To mark his 80th birthday this year, Peter Blake redesigned his cover of the Beatles’ 1967 album Sgt. Pepper. Instead of Marlene Dietrich, James Dean, Marilyn Monroe and Karl Marx, there is Damien Hirst, Paul Weller, Tom Stoppard and Vivienne Westwood.
The original Blake cover is one of many featured in the recently opened 'British Design 1948-2012: Innovation in the Modern Age' exhibition at London’s V&A. This well-though-out exhibition starts with post-war austerity and the 'Festival of Britain' (1951) and Queen Elizabeth’s coronation (1953), two huge events promoting Britain as a modern yet traditional nation.
These two celebrations, however, did little to hide the fact that Britain was a country in economic decline, albeit with brightly burning lights of innovation. It was in the 1950s that designer Terence Conran came to the fore, as did John Makepeace, a master craftsman who owed much to the arts and crafts movement of the previous century. Genuine post-war recovery was most apparent in the 1960s, and London in particular became a worldwide magnet for creative people. Of course, there was a high degree of hyperbole in the moniker of ‘Swinging London’, but there were few cooler places to channel one's creative energies.
The presentation of 1960s London is one of four central streets in the exhibition, a period when words such as ‘lifestyle’, ‘throwaway’, ‘disposable’ and ‘flat-pack’ became central to a new consumer-driven culture; it was an era that created ‘icons’, whether the model Twiggy, the mini (car), the Beatles, photographer to the stars David Bailey or mini-skirt designer Mary Quant (who first made her mark in the 1950s). Visitors of a younger generation will be equally enthralled by the 1970s, with ‘outrageous’ costumes for Ziggy Stardust (aka David Bowie), clothes by Vivienne Westwood and punk bands such as the Sex Pistols and The Clash, later still the 1990s and Britpop.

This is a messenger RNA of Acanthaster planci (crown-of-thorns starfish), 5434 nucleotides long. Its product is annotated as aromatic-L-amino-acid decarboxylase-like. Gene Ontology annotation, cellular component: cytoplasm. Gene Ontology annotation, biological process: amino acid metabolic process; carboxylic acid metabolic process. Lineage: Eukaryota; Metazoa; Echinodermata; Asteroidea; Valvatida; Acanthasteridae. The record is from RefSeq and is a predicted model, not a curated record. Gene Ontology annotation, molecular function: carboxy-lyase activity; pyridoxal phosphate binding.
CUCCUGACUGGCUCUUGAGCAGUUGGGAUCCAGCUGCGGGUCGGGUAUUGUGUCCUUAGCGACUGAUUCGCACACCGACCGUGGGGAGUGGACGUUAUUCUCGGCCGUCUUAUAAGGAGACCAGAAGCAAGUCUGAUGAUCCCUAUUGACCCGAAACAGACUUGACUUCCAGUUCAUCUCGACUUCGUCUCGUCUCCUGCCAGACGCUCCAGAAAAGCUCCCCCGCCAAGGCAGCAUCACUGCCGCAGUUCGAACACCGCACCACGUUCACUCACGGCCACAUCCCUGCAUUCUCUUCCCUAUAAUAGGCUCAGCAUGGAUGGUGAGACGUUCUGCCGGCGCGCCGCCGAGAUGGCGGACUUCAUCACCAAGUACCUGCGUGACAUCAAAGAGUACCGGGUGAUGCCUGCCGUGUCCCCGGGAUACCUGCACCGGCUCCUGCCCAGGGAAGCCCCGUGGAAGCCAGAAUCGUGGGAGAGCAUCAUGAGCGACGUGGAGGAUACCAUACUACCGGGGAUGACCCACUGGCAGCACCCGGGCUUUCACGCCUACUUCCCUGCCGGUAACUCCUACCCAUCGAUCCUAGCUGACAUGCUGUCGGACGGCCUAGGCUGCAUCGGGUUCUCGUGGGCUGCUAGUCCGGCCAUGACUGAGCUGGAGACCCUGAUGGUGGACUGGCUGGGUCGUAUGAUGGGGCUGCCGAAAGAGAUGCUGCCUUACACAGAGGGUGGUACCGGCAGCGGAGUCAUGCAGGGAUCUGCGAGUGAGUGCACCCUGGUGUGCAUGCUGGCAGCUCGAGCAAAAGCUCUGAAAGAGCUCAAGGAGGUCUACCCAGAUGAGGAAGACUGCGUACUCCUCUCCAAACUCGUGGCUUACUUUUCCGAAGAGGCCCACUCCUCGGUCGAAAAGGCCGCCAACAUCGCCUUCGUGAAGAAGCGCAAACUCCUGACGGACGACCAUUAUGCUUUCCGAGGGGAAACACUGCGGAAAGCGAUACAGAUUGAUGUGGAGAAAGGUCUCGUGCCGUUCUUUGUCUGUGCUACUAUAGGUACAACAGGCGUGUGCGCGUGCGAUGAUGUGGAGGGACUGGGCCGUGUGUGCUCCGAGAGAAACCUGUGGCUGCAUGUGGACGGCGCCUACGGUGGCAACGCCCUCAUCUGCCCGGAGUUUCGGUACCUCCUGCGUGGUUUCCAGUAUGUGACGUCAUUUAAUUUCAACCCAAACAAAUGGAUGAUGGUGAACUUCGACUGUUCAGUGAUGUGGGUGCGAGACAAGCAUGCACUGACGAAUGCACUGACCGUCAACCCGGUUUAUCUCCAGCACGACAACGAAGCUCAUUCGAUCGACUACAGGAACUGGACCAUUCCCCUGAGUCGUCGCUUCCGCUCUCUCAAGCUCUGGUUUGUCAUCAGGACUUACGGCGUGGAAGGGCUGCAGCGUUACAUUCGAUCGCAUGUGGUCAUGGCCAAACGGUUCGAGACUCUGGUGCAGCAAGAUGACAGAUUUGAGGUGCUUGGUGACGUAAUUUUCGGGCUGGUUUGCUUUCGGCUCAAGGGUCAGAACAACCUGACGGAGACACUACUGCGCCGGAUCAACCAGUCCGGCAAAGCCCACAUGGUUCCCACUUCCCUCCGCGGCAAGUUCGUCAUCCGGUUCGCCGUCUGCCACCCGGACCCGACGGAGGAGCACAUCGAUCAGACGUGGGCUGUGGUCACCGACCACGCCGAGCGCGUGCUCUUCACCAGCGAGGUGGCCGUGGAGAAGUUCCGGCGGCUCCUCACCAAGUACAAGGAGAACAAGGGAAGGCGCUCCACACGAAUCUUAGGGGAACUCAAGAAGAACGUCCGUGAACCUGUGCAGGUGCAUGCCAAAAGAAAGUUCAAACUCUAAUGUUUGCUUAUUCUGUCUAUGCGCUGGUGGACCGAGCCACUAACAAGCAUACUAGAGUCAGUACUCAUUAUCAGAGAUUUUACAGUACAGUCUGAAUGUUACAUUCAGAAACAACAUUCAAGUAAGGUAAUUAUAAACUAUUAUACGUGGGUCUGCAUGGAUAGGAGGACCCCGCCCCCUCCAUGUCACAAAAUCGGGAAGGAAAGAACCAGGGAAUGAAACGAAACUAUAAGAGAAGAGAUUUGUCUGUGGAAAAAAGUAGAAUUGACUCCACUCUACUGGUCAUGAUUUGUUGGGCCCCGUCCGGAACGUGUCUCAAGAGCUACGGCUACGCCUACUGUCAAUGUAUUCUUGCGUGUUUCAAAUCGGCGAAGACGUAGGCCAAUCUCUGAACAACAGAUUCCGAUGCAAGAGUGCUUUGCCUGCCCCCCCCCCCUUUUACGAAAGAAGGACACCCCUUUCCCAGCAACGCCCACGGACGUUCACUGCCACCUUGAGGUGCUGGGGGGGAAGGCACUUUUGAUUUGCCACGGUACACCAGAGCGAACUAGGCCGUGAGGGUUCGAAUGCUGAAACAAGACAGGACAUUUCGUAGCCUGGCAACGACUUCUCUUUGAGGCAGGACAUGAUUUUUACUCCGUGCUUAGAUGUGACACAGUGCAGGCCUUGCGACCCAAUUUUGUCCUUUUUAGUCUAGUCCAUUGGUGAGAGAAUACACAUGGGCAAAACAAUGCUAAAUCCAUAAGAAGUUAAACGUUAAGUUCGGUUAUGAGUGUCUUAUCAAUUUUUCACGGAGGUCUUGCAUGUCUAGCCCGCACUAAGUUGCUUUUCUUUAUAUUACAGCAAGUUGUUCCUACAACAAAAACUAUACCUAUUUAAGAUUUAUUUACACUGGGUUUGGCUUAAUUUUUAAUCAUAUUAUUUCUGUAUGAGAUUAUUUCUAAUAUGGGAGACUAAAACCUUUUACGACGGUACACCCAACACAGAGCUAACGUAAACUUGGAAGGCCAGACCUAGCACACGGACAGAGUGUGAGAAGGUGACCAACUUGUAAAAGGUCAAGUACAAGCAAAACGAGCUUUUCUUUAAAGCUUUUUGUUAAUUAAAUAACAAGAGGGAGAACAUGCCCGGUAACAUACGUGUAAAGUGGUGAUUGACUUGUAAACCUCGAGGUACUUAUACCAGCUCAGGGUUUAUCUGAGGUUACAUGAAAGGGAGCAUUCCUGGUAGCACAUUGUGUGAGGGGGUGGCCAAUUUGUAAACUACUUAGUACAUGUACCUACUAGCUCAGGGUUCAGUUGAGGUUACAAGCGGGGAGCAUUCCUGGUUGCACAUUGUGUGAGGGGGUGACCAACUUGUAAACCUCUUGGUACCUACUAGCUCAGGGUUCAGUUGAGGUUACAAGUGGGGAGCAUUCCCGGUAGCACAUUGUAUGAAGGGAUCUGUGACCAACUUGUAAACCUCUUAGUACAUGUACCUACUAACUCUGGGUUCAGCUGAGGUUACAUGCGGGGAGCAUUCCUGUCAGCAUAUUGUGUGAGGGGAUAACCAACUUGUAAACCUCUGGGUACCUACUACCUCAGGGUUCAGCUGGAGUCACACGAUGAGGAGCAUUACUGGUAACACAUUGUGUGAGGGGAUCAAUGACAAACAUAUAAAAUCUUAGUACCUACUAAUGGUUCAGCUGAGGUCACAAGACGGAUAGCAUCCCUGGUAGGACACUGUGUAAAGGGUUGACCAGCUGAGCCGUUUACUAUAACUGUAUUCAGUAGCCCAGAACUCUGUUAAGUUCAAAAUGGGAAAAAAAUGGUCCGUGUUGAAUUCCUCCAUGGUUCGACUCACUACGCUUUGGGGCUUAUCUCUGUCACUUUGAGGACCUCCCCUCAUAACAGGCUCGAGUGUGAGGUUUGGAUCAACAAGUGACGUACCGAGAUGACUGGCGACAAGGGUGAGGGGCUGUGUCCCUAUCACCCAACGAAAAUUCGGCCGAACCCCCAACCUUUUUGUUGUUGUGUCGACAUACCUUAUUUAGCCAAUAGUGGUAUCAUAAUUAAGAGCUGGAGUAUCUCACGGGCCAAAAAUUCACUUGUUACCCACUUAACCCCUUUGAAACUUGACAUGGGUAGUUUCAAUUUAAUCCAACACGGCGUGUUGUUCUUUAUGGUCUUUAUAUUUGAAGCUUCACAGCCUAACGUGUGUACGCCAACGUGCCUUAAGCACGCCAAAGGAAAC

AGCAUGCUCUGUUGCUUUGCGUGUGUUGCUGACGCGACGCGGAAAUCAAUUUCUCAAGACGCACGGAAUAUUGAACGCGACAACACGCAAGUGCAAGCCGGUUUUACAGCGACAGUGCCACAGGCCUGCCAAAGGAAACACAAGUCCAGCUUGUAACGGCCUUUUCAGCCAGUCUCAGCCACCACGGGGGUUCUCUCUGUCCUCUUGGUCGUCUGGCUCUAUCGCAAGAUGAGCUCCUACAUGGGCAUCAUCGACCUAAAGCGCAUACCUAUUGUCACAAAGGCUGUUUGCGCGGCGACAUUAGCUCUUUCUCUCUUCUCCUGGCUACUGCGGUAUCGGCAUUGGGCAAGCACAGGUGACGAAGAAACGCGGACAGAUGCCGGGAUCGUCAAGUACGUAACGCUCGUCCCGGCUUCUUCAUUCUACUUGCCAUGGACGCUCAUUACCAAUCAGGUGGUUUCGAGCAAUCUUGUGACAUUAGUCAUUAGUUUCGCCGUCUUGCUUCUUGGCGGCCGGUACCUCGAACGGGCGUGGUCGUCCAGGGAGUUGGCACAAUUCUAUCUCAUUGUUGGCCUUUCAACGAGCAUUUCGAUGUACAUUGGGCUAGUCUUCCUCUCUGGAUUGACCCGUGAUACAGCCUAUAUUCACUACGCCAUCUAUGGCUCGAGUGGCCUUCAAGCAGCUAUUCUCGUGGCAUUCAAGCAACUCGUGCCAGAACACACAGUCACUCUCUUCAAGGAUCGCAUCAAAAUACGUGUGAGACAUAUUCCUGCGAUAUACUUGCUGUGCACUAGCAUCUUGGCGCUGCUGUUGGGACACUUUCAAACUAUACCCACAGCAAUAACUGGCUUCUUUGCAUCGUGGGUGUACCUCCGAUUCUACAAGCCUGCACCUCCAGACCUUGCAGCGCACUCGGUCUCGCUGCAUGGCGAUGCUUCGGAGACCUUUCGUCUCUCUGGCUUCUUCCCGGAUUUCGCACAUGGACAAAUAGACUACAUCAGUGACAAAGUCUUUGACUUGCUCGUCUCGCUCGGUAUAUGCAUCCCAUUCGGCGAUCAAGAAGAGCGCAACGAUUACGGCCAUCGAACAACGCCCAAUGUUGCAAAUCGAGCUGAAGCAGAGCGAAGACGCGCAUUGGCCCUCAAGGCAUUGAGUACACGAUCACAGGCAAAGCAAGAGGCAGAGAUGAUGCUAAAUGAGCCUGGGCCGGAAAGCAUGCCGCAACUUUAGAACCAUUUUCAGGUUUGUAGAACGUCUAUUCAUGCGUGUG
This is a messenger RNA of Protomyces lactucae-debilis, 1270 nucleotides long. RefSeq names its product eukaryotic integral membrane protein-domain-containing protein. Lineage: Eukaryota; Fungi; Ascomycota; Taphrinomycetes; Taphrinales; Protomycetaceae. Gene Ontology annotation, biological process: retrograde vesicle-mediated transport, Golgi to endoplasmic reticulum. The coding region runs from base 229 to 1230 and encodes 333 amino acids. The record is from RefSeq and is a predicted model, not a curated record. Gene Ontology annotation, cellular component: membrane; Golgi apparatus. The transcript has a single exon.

The final part of the exhibition features British designers who have excelled in manufacturing and technologies. This section includes a superbly sleek 1961 E-Type Jaguar, Jonathan Ive’s Apple iMac, a host of British-made computer games, and models of Concorde and Sir Norman Foster’s 30 St Mary Axe skyscraper (better known as the Gherkin).
It is this manufacturing/technology section that forces visitors to look to the future, raising a key question: if the creative industries have played such a prominent role in contemporary Britain, what about coming decades? With a rapidly diminishing industrial base and hotter-than-ever worldwide competition, creating innovation-led industries are crucial. Whether the creative industries are up to that challenge will become clear in the next few decades.
'British Design 1948-2012: Innovation in the Modern Age exhibition' runs until August 12th at the V&A Museum in London.
See more about the exhibition at the V&A Museum webpage